Friday, September 03, 2010

Mr Bone Knows Why

In Tokyo now, miles away in mind from Australia - only the paper lists keep it living.

This week a small class organised by Ikuo Nishioka, the ex-Chairman of the Intel Corporation of Japan, at his Business schools in Roppongi for some middle level executives from large Japanese corporations. I gave a quick powerpoint, then lots of demonstrations to my now accustomed looks of surprise, wonder and joy. I manage to throw in a mention of Victorinox's 40% productivity increase through AT—that got noticed. And there were the obligatory one or two doubters, looking through a cocked head wondering what my trick must be…

Of course nature's the trick—the wonderful capacity we have for natural movement, pain free. It is always the first surprise I love the most: the way the pain vanishes, the way nothing happens to make the pain vanish "What did you do?" It was a shock, wrote one participant after the evening, to learn that there is "nothing to do." I understand that. It is a huge shock. In these days of power yoga and body control pilates (there is even yogalates now) to learn to do less is almost heretical. Of course exercise is great, tone is necessary, flexibility takes movement—but the point of our work is not any of that. It is not even about release. The pain thing, as spectacular as it can be, is just a side show, and a distracting one at that.

No—the real thing is the evolution of human consciousness, and FM's discovery is a powerful factor in encouraging its development. Of course there are no shortage of other modalities working at the same goal, but none bring with them the concrete reality of using information on how our bones range themselves around joints to calibrate the state of consciousness, in a remarkably reliable and consistent manner. Mr Bone Knows It. Mr Bone Is It.

So BodyChance Japan is working on Gold Membership from April 2011. We seek the time-challenged market, not the financially-challenged market. My overwhelming concern right now is profit. Without a bottom line PL profit—who will invest in BodyChance? Who would lend us money to expand? I have to figure that out, and going up market seems the only way, otherwise we will remain stuck as a one centre marvel, slowly going tacky.

There's only five ways to make money in a business: cut costs, raise prices, sell more to each customer, sell to more customers or sell the business. Being a service industry, and selling our time for money, makes it hard to cut costs, although we try. And as I don't plan to sell BodyChance anytime soon, that leaves just three ways to make more.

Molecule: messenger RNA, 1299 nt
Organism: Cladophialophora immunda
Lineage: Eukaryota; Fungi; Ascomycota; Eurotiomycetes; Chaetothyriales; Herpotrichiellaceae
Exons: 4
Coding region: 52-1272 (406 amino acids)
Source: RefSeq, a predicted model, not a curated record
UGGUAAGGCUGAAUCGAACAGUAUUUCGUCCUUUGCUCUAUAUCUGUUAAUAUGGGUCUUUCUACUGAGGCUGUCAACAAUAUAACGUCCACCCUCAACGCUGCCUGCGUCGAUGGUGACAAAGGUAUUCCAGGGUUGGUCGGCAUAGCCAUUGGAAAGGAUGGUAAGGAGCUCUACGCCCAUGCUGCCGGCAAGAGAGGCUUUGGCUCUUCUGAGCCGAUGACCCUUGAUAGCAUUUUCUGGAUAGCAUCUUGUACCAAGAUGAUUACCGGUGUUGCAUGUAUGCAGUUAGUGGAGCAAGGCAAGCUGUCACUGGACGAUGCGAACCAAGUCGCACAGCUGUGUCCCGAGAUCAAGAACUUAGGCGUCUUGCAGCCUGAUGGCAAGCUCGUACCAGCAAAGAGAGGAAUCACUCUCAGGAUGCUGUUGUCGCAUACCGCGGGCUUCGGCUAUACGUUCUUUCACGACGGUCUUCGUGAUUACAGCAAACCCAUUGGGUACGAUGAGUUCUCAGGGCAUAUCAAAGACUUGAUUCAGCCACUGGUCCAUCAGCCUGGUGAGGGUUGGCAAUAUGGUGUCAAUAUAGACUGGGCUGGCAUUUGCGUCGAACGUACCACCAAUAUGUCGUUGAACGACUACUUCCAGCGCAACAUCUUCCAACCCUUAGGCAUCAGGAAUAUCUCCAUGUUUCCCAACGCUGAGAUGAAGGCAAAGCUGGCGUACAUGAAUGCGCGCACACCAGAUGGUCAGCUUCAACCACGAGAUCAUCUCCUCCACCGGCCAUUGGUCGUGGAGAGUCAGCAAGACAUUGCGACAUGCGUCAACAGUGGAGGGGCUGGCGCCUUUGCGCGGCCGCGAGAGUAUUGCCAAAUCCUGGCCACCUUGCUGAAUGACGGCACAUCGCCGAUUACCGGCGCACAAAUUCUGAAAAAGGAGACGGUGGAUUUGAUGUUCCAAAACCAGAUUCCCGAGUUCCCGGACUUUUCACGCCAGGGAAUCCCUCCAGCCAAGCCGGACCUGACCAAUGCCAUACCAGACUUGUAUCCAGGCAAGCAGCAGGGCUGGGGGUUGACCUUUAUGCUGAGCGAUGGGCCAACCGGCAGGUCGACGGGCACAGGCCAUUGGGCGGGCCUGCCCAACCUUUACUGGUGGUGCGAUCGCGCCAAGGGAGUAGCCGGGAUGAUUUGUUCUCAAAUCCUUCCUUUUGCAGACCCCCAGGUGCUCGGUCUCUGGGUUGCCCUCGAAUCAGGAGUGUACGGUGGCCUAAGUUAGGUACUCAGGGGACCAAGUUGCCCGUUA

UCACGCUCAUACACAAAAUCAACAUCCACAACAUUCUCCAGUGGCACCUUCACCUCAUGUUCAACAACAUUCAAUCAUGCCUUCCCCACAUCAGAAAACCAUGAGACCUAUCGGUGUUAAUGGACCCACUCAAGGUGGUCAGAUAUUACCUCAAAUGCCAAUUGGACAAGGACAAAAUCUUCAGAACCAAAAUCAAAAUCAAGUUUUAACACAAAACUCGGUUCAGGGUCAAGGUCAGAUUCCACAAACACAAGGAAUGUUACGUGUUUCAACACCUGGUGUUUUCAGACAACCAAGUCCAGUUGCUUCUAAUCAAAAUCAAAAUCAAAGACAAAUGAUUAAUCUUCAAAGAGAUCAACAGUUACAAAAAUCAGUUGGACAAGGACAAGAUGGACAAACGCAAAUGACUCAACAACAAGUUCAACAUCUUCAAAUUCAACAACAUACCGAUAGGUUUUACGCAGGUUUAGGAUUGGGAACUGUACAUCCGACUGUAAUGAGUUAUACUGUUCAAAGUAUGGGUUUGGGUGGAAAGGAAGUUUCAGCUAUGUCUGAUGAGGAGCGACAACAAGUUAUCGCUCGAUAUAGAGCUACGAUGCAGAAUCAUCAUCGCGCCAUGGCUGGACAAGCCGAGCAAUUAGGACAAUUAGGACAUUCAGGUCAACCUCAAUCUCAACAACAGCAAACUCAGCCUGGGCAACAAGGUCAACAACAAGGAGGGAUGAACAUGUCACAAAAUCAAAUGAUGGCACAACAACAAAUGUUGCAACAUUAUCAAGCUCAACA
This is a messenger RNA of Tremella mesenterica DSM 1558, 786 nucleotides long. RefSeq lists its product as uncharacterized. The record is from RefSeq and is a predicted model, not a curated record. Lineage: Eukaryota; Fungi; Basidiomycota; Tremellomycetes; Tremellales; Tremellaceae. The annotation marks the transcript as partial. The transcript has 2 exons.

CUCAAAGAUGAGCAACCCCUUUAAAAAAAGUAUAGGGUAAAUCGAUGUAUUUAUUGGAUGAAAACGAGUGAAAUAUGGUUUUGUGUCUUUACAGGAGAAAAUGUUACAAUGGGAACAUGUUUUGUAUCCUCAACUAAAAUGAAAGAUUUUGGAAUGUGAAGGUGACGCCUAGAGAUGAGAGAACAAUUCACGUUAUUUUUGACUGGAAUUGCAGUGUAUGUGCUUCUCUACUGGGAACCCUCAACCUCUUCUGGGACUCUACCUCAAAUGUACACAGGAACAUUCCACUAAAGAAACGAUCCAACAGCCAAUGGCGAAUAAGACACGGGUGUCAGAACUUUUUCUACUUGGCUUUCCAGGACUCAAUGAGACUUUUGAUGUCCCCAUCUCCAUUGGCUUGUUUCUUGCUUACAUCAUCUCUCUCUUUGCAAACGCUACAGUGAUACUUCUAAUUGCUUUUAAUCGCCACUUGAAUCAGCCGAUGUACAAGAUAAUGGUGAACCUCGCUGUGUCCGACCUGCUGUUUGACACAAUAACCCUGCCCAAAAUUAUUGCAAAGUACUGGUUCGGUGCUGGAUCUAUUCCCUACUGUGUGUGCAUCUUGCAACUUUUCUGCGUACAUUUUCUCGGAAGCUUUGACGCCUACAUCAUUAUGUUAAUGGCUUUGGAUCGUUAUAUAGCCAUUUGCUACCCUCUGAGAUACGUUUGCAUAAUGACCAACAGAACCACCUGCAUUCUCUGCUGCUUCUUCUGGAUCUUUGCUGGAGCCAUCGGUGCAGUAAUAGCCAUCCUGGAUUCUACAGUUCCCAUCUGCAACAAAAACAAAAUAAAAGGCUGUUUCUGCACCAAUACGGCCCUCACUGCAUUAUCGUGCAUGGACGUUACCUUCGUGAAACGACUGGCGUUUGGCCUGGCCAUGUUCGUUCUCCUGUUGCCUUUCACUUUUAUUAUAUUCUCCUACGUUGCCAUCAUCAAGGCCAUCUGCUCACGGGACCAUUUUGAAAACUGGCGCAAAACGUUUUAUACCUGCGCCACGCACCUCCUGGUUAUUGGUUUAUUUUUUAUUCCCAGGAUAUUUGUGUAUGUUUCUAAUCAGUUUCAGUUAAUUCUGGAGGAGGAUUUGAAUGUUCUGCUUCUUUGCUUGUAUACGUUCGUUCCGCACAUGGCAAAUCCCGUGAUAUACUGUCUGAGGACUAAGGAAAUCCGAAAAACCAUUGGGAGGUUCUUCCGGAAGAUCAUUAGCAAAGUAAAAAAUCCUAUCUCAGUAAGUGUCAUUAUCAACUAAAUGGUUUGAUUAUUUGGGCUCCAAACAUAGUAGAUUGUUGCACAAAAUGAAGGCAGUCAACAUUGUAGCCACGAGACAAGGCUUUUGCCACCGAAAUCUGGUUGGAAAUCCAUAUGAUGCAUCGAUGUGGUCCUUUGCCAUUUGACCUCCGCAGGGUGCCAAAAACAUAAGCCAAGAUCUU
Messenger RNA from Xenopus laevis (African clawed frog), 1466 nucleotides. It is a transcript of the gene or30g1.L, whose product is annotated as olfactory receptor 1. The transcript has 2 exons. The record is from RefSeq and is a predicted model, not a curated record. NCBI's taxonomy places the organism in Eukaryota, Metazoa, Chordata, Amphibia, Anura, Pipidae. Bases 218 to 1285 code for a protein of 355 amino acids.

Michael Masterson wrote a brilliant book—a text book really—about the 4 stages of a business. "Ready, Fire, Aim" He based it each stage on revenue. 1st is zero to one million in sales (that's us); next is one million to ten million (that's next). Stage two is all about increasing services, offering more variety. My other constant companion is—we need products, not just services. For our work, the obvious product is an information product. So I am dead keen on the development of that. Keep watching our website (if you can read Japanese).

As for new services, well there's the Gold Membership, although there's no gold members yet. Plan to launch that next April. We are also embarking on niche marketing campaigns—currently katakori (like sore/frozen shoulders, a big thing in Japan), presentation and (wonderfully left of field) stuttering. Sales growing at 30%, but still growing.

And my life is sculptured every hour these days—breaks are scheduled like everything else. Not that I have many, but it's the life I choose. I get overwhelmed sometimes at how profoundly small we are. I sit in the bullet train as building after building whizzes by, thinking "We are no bigger than half a floor of that building over there." And there are SO MANY MORE. When we ever be able to make a significant impact socially….?

If I'm lucky I've got 25, maybe 30 years of productive working life left. Then it's all over for me. My deep wish is to leave something that lives independently, that carries on. I think we have that in Japan now. I aim to have it in as many places as possible before the end. Sydney next. Oh Sydney. Don't start me on that…

2 comments:

  1. You mention a "40% productivity increase" at Victorinox. Would that be the same 40% decrease in absenteeism that is reported elsewhere?

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  2. You are right. When I listened to the person from the company that spoke as part of the international Congress in Lugano on this topic, I seem to remember him characterising it as a productivity increase - but thank you for putting it into a truer context.

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